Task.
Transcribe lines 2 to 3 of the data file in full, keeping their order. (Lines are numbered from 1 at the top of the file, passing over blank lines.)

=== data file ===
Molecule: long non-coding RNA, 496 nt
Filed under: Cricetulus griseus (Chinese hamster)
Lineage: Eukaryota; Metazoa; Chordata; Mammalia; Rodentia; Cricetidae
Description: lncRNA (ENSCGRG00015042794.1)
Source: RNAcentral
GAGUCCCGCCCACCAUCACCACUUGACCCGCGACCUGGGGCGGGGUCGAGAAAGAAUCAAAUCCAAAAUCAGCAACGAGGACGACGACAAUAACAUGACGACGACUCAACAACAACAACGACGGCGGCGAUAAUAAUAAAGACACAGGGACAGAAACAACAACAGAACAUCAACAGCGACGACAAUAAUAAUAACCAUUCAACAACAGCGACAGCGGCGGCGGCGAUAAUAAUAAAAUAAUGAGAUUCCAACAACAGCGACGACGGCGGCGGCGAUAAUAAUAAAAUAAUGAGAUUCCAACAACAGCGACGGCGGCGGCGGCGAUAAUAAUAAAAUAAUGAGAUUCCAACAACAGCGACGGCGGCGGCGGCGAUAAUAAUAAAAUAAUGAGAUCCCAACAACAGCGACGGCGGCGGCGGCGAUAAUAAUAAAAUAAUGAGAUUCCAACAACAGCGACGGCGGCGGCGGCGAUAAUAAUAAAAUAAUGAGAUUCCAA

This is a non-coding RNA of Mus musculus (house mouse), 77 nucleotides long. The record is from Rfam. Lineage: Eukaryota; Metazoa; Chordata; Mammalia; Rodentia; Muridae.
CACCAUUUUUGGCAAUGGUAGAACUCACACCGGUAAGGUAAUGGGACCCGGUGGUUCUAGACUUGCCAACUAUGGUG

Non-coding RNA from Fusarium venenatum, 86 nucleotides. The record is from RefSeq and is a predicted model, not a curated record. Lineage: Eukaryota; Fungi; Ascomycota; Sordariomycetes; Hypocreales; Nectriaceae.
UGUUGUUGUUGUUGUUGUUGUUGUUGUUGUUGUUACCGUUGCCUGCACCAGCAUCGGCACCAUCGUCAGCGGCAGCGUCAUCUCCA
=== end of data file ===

Filed under: Cricetulus griseus (Chinese hamster)
Lineage: Eukaryota; Metazoa; Chordata; Mammalia; Rodentia; Cricetidae